Reading their story has helped me keep a bit of perspective in my life. Not that I don't do my share of whining, but I do spend more time keeping others, including Charlie and his family, in my thoughts and prayers.

We're rooting for you, Charlie!

Friday, August 04, 2006

Here Lies the Read Leaf

After a two month wake, we will be holding the burial on Saturday, August 12. That will be the last day The Read Leaf will be open at 164 South Main Street.

And you know what? I think I'm really, really ready for it. At least at this moment. I'm anticipating freedom and change. However, I reserve the right to lose it again.

Clearance is going well. People are spending lots of time browsing sections that have often been overlooked and are turning up lots of treasures. We've got great titles left, and we're dropping to 50% off lowest marked price (up to 75% for many titles) in the morning.

I've got specific plans for donating some of the books we'll end up with to causes we care about. BTW, I am not reacting well at the moment to vultures, er, I mean total strangers, asking for donations. And, yeah, I mean people who have never spent a dime or even set foot in our shop before!

Of course, many of the books will just end up on our shelves at home. The rest? I'm planning to sell them online at Alibris, which is a fabulous website for book lovers. So the spirit of The Read Leaf will live on!

Thursday, August 03, 2006

Funny Jack Story

So here's a funny Jack story with a shout out to Nana.

Jack's cousin Jenny, who is in her twenties, was just here at the store and Jack asked, "Does Jenny study genealogy?"

Reaching Out

The power other people have to make us feel better never ceases to amaze me. So many times over the past weeks other people have come to my emotional rescue, often without even knowing it.

Roger has so often struck the perfect balance of level headedness and empathy when I take a moment to have a breakdown. He is exceptionally good at helping me focus on what's real or rational or important, while at the same time totally validating my feelings.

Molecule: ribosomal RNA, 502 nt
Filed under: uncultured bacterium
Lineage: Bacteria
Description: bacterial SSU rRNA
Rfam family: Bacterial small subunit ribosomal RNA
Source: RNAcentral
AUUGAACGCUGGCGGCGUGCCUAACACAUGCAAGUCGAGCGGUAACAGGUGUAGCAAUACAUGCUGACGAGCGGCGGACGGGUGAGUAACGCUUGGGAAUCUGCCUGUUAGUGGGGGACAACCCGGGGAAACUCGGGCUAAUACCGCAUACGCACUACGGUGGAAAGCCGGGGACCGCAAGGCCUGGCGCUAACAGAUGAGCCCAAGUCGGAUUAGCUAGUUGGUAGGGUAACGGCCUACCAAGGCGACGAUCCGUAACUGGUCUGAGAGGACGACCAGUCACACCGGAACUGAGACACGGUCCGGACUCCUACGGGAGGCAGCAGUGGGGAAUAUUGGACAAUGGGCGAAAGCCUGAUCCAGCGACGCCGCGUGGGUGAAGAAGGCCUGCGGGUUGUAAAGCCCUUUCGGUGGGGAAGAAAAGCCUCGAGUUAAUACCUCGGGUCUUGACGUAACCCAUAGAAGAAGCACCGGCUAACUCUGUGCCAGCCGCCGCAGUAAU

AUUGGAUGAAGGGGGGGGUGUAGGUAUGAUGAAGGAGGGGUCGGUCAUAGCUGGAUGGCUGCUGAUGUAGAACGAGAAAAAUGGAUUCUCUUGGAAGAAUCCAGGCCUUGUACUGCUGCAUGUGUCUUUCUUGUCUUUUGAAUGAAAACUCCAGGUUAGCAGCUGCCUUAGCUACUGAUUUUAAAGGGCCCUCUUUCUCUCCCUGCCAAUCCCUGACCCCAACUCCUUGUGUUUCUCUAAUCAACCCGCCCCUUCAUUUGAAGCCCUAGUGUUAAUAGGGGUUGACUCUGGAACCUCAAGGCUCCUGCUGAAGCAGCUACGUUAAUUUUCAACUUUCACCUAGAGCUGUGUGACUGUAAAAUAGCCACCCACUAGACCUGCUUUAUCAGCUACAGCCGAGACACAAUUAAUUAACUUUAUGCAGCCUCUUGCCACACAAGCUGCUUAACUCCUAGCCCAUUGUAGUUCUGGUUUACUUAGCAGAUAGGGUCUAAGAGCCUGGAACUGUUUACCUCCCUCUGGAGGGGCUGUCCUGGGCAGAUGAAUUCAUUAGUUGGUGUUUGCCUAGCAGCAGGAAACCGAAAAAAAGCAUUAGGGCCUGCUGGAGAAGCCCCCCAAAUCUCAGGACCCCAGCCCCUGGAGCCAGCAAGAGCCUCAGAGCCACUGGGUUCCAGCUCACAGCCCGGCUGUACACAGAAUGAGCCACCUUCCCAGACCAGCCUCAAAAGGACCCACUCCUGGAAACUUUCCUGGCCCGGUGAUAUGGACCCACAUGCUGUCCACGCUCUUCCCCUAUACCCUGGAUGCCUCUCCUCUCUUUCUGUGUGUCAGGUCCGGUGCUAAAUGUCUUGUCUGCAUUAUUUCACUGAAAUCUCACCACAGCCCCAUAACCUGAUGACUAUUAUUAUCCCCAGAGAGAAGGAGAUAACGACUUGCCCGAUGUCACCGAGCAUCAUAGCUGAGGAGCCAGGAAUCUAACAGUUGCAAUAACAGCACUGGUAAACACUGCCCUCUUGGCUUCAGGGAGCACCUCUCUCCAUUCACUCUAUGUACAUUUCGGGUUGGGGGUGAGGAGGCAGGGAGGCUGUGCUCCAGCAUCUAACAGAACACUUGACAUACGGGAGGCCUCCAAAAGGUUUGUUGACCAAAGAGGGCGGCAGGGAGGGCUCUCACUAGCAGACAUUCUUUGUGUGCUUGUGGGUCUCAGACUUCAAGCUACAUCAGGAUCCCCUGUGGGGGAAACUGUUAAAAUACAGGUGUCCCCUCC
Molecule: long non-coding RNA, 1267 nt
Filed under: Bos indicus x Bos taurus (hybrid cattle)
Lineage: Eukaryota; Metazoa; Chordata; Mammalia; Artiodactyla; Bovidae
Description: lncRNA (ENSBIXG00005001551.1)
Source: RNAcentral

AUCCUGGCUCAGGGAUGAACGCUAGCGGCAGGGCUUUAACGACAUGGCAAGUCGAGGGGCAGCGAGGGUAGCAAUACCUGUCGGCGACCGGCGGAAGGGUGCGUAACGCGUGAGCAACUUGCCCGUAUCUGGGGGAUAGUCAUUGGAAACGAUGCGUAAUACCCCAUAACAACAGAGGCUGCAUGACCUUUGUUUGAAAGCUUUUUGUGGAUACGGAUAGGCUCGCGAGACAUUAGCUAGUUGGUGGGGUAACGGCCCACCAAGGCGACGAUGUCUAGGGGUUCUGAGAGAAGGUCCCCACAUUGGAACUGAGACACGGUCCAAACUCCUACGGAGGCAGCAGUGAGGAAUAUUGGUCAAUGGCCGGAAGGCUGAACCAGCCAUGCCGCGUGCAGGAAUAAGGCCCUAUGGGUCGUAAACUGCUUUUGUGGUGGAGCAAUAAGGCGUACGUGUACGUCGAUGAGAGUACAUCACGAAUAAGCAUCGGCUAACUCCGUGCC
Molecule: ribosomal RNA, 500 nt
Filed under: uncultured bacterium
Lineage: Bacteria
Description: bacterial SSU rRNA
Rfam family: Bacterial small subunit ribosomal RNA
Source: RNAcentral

Jack gives the most satisfying, heartfelt hugs and he is very good company. I love ending every day laughing and reading with him.

Shelley has protected me from customer situations that on normal days would have been no big deal--and this whole transition hasn't been easy on her either! Virlie marched into my office on Tuesday when Roger and I were trying to figure out how we wanted to handle a particularly difficult decision, plopped a twenty on my desk and told us to go out for a long lunch on her and she'd handle everything at the store while were were gone. We were able to regroup and move forward because of that.

Carol brought me chocolate and listened to me. Linda has made all the right noises and adopted our whole family. She brought dinner over to the store the other night and our families had an impromptu party in the children's section. Carolyn let us crash a dinner party at her house (I swear they usually eat at 5:00 on Sundays and we didn't drop in until 7:30) and hang out with her fun friends from Denmark (which just fed my wanderlust). Diana and Rich took time out for us several times in the past week. We had lots of fun with them, and Jack was thrilled to hook up with their daughter Gracie, one of his best friends of all time.

Frankly, I could go on and on and I am so, so thankful for that.

Wednesday, August 02, 2006


Despite some valiant efforts on my part, I've had a hard time paying attention to anything that isn't a pressing need. Oh, say, like cleaning the house. We've turned our dining room into a dumping ground for things we're bringing home from the store, we have no energy to make Jack pick up after himself (and, believe me, that requires a lot of energy), and we're doing bare, bare minimum chores.

So imagine my surprise when we got home from work at 9:30 last night and instead of collapsing, I actually found myself dusting and vacuuming the front room! I think it was a major psychological turning point for me, being able to accomplish a task outside of the bookstore.

Hmm, I don't want to get ahead of myself, but maybe I'll clean a bathroom tonight . . .